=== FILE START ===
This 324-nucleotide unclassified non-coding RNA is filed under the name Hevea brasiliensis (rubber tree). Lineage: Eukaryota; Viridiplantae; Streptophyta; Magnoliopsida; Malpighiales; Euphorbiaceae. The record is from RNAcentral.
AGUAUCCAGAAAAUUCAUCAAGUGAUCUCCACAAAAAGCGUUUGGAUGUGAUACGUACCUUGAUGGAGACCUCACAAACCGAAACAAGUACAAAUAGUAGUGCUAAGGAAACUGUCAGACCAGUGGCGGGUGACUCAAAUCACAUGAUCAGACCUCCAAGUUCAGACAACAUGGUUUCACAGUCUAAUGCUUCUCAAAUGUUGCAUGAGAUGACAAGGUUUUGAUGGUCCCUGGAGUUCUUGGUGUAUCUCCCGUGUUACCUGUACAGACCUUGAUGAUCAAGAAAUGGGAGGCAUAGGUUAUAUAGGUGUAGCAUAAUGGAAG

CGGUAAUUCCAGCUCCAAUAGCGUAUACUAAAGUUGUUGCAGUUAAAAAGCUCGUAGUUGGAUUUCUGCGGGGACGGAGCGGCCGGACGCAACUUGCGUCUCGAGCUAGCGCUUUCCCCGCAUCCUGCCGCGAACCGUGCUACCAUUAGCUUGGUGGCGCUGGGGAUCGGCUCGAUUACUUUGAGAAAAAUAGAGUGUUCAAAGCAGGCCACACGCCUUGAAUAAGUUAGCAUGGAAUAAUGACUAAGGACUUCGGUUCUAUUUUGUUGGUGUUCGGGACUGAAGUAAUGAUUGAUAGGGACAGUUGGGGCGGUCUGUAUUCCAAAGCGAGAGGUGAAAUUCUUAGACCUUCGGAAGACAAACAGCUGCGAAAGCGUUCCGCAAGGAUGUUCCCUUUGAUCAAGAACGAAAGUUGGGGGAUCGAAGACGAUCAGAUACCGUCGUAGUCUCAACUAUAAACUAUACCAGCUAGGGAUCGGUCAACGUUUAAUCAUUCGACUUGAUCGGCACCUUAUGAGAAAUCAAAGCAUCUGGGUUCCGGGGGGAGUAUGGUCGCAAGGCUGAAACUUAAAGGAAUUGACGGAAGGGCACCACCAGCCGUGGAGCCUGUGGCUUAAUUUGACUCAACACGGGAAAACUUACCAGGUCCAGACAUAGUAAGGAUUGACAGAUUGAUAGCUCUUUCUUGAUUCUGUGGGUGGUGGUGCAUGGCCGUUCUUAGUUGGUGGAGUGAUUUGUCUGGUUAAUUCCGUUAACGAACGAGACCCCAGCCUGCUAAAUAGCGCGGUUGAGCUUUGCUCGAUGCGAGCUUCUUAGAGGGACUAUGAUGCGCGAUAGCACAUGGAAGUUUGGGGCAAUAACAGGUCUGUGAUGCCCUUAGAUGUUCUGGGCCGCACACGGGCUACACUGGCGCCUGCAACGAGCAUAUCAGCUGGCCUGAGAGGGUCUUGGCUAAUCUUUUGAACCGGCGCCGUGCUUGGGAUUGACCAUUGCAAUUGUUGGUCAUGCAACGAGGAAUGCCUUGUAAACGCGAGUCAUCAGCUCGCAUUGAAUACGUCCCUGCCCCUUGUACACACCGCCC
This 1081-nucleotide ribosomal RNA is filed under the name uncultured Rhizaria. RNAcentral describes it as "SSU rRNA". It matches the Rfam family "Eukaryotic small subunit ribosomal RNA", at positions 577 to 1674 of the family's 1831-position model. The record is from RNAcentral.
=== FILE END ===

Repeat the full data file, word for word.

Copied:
This 324-nucleotide unclassified non-coding RNA is filed under the name Hevea brasiliensis (rubber tree). Lineage: Eukaryota; Viridiplantae; Streptophyta; Magnoliopsida; Malpighiales; Euphorbiaceae. The record is from RNAcentral.
AGUAUCCAGAAAAUUCAUCAAGUGAUCUCCACAAAAAGCGUUUGGAUGUGAUACGUACCUUGAUGGAGACCUCACAAACCGAAACAAGUACAAAUAGUAGUGCUAAGGAAACUGUCAGACCAGUGGCGGGUGACUCAAAUCACAUGAUCAGACCUCCAAGUUCAGACAACAUGGUUUCACAGUCUAAUGCUUCUCAAAUGUUGCAUGAGAUGACAAGGUUUUGAUGGUCCCUGGAGUUCUUGGUGUAUCUCCCGUGUUACCUGUACAGACCUUGAUGAUCAAGAAAUGGGAGGCAUAGGUUAUAUAGGUGUAGCAUAAUGGAAG

CGGUAAUUCCAGCUCCAAUAGCGUAUACUAAAGUUGUUGCAGUUAAAAAGCUCGUAGUUGGAUUUCUGCGGGGACGGAGCGGCCGGACGCAACUUGCGUCUCGAGCUAGCGCUUUCCCCGCAUCCUGCCGCGAACCGUGCUACCAUUAGCUUGGUGGCGCUGGGGAUCGGCUCGAUUACUUUGAGAAAAAUAGAGUGUUCAAAGCAGGCCACACGCCUUGAAUAAGUUAGCAUGGAAUAAUGACUAAGGACUUCGGUUCUAUUUUGUUGGUGUUCGGGACUGAAGUAAUGAUUGAUAGGGACAGUUGGGGCGGUCUGUAUUCCAAAGCGAGAGGUGAAAUUCUUAGACCUUCGGAAGACAAACAGCUGCGAAAGCGUUCCGCAAGGAUGUUCCCUUUGAUCAAGAACGAAAGUUGGGGGAUCGAAGACGAUCAGAUACCGUCGUAGUCUCAACUAUAAACUAUACCAGCUAGGGAUCGGUCAACGUUUAAUCAUUCGACUUGAUCGGCACCUUAUGAGAAAUCAAAGCAUCUGGGUUCCGGGGGGAGUAUGGUCGCAAGGCUGAAACUUAAAGGAAUUGACGGAAGGGCACCACCAGCCGUGGAGCCUGUGGCUUAAUUUGACUCAACACGGGAAAACUUACCAGGUCCAGACAUAGUAAGGAUUGACAGAUUGAUAGCUCUUUCUUGAUUCUGUGGGUGGUGGUGCAUGGCCGUUCUUAGUUGGUGGAGUGAUUUGUCUGGUUAAUUCCGUUAACGAACGAGACCCCAGCCUGCUAAAUAGCGCGGUUGAGCUUUGCUCGAUGCGAGCUUCUUAGAGGGACUAUGAUGCGCGAUAGCACAUGGAAGUUUGGGGCAAUAACAGGUCUGUGAUGCCCUUAGAUGUUCUGGGCCGCACACGGGCUACACUGGCGCCUGCAACGAGCAUAUCAGCUGGCCUGAGAGGGUCUUGGCUAAUCUUUUGAACCGGCGCCGUGCUUGGGAUUGACCAUUGCAAUUGUUGGUCAUGCAACGAGGAAUGCCUUGUAAACGCGAGUCAUCAGCUCGCAUUGAAUACGUCCCUGCCCCUUGUACACACCGCCC
This 1081-nucleotide ribosomal RNA is filed under the name uncultured Rhizaria. RNAcentral describes it as "SSU rRNA". It matches the Rfam family "Eukaryotic small subunit ribosomal RNA", at positions 577 to 1674 of the family's 1831-position model. The record is from RNAcentral.